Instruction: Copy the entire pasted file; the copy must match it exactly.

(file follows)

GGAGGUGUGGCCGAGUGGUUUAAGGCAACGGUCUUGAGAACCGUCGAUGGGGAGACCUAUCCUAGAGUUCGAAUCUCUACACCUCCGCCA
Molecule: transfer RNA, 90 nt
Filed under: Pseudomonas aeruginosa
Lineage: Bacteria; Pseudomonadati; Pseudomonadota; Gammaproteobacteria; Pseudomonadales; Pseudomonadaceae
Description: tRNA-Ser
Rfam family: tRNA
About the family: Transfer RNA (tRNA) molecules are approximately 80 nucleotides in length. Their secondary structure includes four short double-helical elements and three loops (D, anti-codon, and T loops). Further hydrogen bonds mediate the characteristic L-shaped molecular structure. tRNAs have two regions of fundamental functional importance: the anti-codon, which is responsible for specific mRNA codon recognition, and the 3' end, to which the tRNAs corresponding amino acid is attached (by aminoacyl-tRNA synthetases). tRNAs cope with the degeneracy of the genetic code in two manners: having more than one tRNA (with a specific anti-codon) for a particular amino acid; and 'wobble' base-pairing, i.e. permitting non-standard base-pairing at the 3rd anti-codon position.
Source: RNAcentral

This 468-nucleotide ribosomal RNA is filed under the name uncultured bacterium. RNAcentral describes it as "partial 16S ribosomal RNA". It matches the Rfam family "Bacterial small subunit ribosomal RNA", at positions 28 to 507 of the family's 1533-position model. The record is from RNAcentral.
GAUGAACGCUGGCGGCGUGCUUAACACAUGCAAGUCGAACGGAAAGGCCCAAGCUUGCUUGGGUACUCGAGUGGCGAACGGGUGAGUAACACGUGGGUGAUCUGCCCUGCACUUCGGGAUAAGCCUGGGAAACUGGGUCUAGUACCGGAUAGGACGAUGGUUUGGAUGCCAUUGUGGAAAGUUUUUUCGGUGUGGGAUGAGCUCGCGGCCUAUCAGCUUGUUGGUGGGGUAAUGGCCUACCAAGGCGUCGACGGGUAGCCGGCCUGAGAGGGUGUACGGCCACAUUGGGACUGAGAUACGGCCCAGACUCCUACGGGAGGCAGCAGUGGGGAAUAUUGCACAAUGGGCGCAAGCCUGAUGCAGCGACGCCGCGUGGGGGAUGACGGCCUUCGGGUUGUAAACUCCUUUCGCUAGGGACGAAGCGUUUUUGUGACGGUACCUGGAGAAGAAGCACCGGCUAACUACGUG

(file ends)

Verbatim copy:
GGAGGUGUGGCCGAGUGGUUUAAGGCAACGGUCUUGAGAACCGUCGAUGGGGAGACCUAUCCUAGAGUUCGAAUCUCUACACCUCCGCCA
Molecule: transfer RNA, 90 nt
Filed under: Pseudomonas aeruginosa
Lineage: Bacteria; Pseudomonadati; Pseudomonadota; Gammaproteobacteria; Pseudomonadales; Pseudomonadaceae
Description: tRNA-Ser
Rfam family: tRNA
About the family: Transfer RNA (tRNA) molecules are approximately 80 nucleotides in length. Their secondary structure includes four short double-helical elements and three loops (D, anti-codon, and T loops). Further hydrogen bonds mediate the characteristic L-shaped molecular structure. tRNAs have two regions of fundamental functional importance: the anti-codon, which is responsible for specific mRNA codon recognition, and the 3' end, to which the tRNAs corresponding amino acid is attached (by aminoacyl-tRNA synthetases). tRNAs cope with the degeneracy of the genetic code in two manners: having more than one tRNA (with a specific anti-codon) for a particular amino acid; and 'wobble' base-pairing, i.e. permitting non-standard base-pairing at the 3rd anti-codon position.
Source: RNAcentral

This 468-nucleotide ribosomal RNA is filed under the name uncultured bacterium. RNAcentral describes it as "partial 16S ribosomal RNA". It matches the Rfam family "Bacterial small subunit ribosomal RNA", at positions 28 to 507 of the family's 1533-position model. The record is from RNAcentral.
GAUGAACGCUGGCGGCGUGCUUAACACAUGCAAGUCGAACGGAAAGGCCCAAGCUUGCUUGGGUACUCGAGUGGCGAACGGGUGAGUAACACGUGGGUGAUCUGCCCUGCACUUCGGGAUAAGCCUGGGAAACUGGGUCUAGUACCGGAUAGGACGAUGGUUUGGAUGCCAUUGUGGAAAGUUUUUUCGGUGUGGGAUGAGCUCGCGGCCUAUCAGCUUGUUGGUGGGGUAAUGGCCUACCAAGGCGUCGACGGGUAGCCGGCCUGAGAGGGUGUACGGCCACAUUGGGACUGAGAUACGGCCCAGACUCCUACGGGAGGCAGCAGUGGGGAAUAUUGCACAAUGGGCGCAAGCCUGAUGCAGCGACGCCGCGUGGGGGAUGACGGCCUUCGGGUUGUAAACUCCUUUCGCUAGGGACGAAGCGUUUUUGUGACGGUACCUGGAGAAGAAGCACCGGCUAACUACGUG